Final year DPhil student, funded by the Leverhulme Trust, studying the evolutionary relationships of stem teleosts from the Mesozoic era.

Teleosts are the largest group of vertebrates, comprising over 30,000 species, but we know surprisingly little about their origin and early relationships. My research focusses on Pachycormiformes, a group of early diverging stem teleosts that are known from Jurassic and Cretaceous marine deposits all around the world. Most notably, this group shows wide eco-morphological variation in their feeding mechanisms: from large, sharp teeth for carnivory, to elaborate gill rakers for suspension-feeding. This group of suspension-feeders also includes the largest fish to have ever lived: Leedsichthys.

However, despite this ecological disparity, they have received very little detailed treatment of their morphology and phylogenetic relationships. While there are a wealth of pachycormiform fossils available for study, most are flattened or disarticulated, removing characters that could be used in phylogenetic and comparative analyses or restricting studies to just the external bones. This limits the inferences we can make not just about their ecology and evolution, but about the origin and evolution of the teleost lineage as a whole.

Methods & Work to Date
During my DPhil, I have used CT scanning to analyse rare three-dimensional fossils of pachycormiforms, which allows me to view their internal and external morphology as it would have been arranged in life. This method reveals structures that hold a huge array of morphological characters, such as the braincase, to use in a phylogenetic analysis. From these scans, I have redescribed the morphology of two pachycormiforms: the tuna-like, carnivorous Pachycormus sp., and the giant suspension-feeder Martillichthys renwickae. These descriptions were then used in a phylogenetic analysis to reveal the interrelationships of pachycormiforms and their placement on within teleosts.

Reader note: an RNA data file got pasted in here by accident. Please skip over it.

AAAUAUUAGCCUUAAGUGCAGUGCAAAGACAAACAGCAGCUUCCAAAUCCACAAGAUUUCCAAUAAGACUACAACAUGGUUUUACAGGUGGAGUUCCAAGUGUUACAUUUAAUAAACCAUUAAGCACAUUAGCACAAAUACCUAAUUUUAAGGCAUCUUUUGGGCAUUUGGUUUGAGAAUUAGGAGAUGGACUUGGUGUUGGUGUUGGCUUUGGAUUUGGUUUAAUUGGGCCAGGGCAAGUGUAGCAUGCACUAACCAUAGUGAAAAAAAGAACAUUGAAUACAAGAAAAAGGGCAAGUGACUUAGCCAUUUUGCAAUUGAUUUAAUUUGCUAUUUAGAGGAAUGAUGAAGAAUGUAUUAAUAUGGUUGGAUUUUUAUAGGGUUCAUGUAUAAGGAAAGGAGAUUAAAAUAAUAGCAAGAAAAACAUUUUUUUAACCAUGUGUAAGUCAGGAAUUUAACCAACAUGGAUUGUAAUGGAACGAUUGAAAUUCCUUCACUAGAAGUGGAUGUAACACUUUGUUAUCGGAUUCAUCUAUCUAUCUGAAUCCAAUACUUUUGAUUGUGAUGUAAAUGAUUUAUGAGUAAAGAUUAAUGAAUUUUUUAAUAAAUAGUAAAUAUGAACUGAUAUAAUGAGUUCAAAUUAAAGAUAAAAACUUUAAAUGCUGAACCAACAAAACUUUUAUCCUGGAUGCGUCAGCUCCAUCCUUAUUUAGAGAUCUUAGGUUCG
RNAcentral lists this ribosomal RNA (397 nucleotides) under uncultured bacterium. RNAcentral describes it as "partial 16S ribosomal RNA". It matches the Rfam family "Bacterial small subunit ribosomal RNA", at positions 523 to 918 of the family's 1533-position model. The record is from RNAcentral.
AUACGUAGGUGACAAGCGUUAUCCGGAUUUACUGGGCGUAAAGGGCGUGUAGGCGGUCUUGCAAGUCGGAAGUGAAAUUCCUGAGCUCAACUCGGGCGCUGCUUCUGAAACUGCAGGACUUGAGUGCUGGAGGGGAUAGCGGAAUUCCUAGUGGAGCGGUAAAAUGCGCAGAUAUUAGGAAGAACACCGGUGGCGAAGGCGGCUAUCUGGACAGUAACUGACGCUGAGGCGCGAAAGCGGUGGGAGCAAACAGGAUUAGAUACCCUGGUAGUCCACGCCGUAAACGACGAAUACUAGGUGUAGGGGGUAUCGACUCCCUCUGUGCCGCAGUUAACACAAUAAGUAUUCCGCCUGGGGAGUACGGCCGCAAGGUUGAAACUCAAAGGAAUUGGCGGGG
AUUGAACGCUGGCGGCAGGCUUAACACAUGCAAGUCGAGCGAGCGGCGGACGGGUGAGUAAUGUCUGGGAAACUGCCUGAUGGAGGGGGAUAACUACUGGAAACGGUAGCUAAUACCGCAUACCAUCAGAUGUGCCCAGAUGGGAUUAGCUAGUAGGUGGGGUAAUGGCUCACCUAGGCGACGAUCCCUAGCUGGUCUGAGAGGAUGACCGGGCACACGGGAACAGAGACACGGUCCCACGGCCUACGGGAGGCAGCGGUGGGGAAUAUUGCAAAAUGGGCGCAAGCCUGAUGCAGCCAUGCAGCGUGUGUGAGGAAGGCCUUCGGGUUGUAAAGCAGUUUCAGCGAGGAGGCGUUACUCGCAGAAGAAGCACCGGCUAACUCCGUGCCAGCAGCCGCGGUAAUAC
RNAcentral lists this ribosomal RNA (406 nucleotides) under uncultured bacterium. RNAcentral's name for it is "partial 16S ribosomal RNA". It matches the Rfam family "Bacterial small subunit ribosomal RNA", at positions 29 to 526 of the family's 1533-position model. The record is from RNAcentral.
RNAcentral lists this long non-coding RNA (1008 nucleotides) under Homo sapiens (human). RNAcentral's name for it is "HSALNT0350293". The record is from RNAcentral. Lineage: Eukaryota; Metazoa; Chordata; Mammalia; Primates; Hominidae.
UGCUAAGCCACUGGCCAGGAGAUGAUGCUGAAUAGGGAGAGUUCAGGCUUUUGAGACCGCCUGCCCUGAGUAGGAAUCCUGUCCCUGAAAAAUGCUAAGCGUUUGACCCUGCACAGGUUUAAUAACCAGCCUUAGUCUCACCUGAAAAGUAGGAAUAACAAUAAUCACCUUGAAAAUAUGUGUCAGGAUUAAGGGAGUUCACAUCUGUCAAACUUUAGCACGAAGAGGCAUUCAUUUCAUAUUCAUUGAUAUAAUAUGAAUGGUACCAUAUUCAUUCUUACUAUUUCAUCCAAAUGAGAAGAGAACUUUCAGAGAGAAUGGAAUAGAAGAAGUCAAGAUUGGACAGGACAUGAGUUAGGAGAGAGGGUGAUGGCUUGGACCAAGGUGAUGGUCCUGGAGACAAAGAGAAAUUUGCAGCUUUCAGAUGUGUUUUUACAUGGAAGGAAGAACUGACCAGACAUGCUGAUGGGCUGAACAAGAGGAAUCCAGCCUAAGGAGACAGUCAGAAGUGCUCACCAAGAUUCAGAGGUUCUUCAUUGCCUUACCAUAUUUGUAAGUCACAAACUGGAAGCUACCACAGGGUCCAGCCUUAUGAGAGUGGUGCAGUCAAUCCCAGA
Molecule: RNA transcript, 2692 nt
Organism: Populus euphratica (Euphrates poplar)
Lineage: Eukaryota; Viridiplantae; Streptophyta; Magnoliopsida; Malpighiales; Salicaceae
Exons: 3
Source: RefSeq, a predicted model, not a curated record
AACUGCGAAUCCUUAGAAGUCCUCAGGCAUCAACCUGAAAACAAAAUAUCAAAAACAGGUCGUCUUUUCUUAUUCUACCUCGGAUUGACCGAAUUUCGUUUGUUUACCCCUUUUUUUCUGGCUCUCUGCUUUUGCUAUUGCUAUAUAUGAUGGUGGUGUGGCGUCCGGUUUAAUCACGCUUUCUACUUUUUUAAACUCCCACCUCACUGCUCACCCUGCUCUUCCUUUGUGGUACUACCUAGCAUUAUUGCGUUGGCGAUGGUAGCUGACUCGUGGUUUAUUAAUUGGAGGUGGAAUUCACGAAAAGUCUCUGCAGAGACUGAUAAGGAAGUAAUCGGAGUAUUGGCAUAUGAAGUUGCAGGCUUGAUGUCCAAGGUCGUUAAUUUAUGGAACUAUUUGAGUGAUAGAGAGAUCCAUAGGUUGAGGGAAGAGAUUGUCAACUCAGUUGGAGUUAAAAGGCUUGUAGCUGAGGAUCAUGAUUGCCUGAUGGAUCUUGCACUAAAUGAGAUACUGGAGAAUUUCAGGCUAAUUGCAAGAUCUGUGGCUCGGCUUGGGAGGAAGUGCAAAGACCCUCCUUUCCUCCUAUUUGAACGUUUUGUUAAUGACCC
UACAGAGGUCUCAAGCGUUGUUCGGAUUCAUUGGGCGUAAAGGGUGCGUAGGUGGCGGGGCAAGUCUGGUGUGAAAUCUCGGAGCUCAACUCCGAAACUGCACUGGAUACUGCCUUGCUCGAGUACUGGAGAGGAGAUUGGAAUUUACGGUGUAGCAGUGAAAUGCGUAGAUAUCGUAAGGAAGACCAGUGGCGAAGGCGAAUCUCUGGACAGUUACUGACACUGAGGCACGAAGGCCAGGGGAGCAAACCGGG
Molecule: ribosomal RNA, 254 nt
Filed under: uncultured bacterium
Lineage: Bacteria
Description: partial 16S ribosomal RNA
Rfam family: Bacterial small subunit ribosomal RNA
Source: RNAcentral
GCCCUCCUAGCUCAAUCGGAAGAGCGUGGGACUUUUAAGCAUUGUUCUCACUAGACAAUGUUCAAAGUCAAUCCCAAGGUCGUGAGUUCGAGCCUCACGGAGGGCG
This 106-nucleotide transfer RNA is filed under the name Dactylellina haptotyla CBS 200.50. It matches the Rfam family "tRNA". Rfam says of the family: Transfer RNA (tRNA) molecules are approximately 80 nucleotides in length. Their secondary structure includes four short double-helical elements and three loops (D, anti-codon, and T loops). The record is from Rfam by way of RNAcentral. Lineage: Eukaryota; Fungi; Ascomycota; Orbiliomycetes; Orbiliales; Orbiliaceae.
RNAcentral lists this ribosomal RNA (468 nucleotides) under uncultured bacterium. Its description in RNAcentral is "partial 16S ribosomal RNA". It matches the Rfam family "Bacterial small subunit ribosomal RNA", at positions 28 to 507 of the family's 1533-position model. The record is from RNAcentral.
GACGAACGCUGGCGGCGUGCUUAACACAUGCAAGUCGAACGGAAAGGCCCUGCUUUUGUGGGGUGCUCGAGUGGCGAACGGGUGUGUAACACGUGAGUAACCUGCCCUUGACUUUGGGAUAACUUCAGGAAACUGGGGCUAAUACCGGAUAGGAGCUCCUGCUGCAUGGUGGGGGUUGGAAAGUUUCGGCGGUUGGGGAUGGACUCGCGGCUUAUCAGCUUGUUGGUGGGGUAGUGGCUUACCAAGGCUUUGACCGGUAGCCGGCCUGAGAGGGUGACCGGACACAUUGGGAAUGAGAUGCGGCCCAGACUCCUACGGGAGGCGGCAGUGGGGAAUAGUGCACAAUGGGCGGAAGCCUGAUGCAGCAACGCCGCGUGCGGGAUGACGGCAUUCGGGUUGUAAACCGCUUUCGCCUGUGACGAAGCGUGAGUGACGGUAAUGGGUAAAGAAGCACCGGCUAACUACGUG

Current Research & Impact
My current work is looking at what happened to the giant suspension-feeding pachycormiforms at the end of the Cretaceous, when it is presumed they fell victim to the same mass extinction event that wiped out the dinosaurs. I will be using Bayesian statistical methods to apply confidence intervals to the fossil record of the giant suspension-feeding pachycormiforms to estimate when they went extinct and if this correlates with the end-Cretaceous mass extinction. I will also do this with the fossil record of contemporary giant suspension-feeding chondrichthyans – such as whale sharks, basking sharks, megamouth sharks and manta rays – to estimate when these modern lineages emerged. The results will provided an estimate of when these chondrichthyans, the ecological predecessors to the giant suspension-feeding pachycormiforms, evolved and if suspension-feeding chondrichtyans and pachycormiforms were ever in competition with each other. This will build a clearer picture of when giant suspension-feeding pachycormiforms disappeared, when these modern lineages emerged to replace them, and tell us more about how events of the past have shaped the biodiversity we see today.

Dobson, C., Giles, S., Johnson, Z., Liston, J., and Friedman, M. [In Press]. Cranial osteology of the Middle Jurassic (Callovian) Martillichthys renwickae (Neopterygii: Pachycormiformes), with comments on the evolution and ecology of edentuolous pachycormiforms. Papers in Palaeontology.


Ball, S., Petrovan, S., Hand, N., Willman, F., Durrant, C., Uller, T., Ashe-Jepson, E., Dobson, C., Lawson, B., Garner, T. W. J. [In Review]. Demographic vulnerability of adders in the UK: results of a genetic study. Conservation Genetics.